Monday, January 16, 2012

Stradivarius, Doyle, and the Restatement

Law school exams are notorious for predicating questions about the legal ramifications of certain acts on events from the news, films, or literature, not infrequently amplified to provide more shocking details. It appears that the editors of the Restatement (Second) of Torts were not above showing their professorial stripes.
6. A is a violin expert. He pays a casual visit to B's shop, where second-hand musical instruments are sold. He finds a violin which, by reason of his expert knowledge and experience, he immediately recognizes as a genuine Stradivarius, in good condition and worth at least $50,000. The violin is priced for sale at $100. Without disclosing his information or his identity, A buys the violin from B for $100. A is not liable to B.
Restatement (Second) of Torts § 551 cmt. k, illus. 6.

We had a pleasant little meal together, during which Holmes would talk about nothing but violins, narrating with great exultation how he had purchased his own Stradivarius, which was worth at least five hundred guineas, at a Jew broker's in Tottenham Court Road for fifty-five shillings. This led him to Paganini, and we sat for an hour over a bottle of claret while he told me anecdote after anecdote of that extraordinary man. The afternoon was far advanced and the hot glare had softened into a mellow glow before we found ourselves at the police-station. Lestrade was waiting for us at the door.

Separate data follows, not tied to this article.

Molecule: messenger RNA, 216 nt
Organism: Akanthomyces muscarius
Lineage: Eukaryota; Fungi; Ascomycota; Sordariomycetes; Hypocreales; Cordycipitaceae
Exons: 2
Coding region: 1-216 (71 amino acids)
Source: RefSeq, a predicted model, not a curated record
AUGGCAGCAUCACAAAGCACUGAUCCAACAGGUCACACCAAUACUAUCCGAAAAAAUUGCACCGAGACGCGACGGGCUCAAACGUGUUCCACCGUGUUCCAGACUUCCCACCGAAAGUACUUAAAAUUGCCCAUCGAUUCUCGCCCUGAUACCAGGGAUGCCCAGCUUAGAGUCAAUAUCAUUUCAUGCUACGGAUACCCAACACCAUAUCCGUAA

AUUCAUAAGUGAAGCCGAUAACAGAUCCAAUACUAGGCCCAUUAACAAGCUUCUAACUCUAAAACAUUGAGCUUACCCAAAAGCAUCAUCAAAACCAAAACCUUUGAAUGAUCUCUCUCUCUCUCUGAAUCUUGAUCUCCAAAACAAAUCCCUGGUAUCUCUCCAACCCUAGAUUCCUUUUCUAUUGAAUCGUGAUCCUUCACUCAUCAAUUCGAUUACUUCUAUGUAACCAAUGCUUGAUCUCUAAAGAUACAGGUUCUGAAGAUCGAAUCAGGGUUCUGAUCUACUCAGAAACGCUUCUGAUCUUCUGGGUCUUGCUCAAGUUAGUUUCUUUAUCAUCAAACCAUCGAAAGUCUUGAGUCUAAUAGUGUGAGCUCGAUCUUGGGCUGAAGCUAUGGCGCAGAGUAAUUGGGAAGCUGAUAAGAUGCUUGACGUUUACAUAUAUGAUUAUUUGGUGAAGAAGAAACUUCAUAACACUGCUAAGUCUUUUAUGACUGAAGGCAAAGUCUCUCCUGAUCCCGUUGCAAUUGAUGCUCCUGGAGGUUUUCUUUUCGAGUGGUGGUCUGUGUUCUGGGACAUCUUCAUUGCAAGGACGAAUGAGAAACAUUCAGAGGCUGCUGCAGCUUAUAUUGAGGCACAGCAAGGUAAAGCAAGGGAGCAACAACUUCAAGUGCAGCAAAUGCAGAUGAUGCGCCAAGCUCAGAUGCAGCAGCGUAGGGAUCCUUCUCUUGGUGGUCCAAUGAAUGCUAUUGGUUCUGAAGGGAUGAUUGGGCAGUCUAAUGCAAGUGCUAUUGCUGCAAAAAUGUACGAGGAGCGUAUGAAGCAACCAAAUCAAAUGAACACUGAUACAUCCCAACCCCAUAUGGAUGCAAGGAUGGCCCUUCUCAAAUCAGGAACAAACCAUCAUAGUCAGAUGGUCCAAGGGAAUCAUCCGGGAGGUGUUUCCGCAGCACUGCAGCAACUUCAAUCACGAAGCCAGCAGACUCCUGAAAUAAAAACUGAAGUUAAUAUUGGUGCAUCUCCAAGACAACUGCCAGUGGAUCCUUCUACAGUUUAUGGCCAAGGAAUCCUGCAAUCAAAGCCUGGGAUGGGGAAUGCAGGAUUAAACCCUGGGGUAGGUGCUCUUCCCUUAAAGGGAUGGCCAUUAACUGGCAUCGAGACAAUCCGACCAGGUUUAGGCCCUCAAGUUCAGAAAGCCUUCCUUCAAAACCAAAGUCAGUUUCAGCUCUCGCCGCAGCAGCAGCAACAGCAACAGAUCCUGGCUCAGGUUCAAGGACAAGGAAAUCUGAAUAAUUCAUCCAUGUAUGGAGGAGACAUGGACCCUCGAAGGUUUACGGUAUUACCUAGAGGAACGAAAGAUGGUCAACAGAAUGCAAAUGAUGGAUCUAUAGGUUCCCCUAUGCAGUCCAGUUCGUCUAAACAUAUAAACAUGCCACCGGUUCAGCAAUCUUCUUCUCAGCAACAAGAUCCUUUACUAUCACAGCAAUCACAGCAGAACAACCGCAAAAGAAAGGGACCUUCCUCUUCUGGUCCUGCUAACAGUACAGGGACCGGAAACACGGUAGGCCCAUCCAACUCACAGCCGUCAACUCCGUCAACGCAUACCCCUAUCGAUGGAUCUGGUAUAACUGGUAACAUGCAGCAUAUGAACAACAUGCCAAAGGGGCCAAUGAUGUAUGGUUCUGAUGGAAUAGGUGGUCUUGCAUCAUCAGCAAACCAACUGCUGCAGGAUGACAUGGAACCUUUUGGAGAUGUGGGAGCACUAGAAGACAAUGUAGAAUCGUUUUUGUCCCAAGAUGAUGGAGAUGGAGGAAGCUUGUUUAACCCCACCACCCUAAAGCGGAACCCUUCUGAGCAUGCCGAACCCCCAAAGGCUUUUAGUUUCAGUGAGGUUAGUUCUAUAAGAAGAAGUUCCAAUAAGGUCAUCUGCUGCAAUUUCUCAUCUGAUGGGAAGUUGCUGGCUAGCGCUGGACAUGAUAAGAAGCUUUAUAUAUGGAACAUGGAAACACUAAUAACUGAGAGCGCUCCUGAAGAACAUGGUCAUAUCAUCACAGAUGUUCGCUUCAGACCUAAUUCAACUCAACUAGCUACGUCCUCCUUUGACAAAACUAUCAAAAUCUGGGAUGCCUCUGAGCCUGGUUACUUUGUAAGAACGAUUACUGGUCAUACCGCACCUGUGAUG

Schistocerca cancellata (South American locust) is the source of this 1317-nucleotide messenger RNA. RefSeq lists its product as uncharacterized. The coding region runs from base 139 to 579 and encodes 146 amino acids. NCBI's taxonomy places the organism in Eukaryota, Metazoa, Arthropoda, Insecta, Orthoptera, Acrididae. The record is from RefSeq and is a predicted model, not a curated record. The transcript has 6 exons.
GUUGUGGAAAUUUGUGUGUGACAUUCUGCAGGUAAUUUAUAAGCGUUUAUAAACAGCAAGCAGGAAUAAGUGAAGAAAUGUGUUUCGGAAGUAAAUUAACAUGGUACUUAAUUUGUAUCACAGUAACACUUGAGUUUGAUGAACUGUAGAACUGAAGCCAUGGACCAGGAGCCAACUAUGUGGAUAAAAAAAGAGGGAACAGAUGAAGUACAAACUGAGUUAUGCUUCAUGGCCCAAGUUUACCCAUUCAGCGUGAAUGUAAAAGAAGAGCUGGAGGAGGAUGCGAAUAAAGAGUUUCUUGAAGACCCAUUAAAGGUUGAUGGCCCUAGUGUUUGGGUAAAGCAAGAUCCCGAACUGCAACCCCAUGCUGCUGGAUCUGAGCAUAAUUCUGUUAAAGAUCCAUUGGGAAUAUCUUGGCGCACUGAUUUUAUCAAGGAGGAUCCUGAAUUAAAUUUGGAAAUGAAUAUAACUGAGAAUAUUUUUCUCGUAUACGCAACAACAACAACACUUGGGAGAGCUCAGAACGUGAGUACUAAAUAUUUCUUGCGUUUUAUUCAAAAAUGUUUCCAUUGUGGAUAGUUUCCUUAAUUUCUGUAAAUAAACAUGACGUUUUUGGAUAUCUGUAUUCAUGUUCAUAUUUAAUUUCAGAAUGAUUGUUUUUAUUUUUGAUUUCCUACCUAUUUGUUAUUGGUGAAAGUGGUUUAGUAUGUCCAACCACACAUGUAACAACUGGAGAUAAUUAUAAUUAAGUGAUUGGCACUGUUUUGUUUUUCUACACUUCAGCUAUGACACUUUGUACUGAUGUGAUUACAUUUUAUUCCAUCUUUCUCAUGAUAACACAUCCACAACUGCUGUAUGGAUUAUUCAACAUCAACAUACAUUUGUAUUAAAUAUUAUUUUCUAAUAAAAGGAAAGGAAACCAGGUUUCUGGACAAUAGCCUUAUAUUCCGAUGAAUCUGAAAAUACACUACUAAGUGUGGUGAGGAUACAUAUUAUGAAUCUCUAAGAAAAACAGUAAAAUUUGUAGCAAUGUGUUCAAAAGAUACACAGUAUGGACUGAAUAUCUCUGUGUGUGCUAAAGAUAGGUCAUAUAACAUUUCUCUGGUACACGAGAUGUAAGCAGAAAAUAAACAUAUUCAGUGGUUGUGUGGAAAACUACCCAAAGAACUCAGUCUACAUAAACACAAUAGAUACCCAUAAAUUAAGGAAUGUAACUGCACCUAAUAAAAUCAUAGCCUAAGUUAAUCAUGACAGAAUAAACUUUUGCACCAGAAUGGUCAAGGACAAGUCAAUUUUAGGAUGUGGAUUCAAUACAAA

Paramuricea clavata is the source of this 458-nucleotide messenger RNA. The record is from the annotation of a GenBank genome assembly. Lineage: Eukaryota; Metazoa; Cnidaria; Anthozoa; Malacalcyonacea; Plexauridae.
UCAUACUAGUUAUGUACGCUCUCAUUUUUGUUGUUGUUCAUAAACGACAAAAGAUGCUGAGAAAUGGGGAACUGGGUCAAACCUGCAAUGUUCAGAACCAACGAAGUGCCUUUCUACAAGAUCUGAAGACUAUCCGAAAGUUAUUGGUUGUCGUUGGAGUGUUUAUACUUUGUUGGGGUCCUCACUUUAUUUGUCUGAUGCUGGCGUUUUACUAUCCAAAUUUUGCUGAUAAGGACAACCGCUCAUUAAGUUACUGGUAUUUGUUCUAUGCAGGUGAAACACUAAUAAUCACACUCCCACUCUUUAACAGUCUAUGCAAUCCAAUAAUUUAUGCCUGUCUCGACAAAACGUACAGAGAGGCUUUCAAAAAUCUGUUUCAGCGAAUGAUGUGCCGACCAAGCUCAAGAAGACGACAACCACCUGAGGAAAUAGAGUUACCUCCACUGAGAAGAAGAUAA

Sir Arthur Conan Doyle, "The Adventure of the Cardboard Box" in The Memoirs of Sherlock Holmes (1894).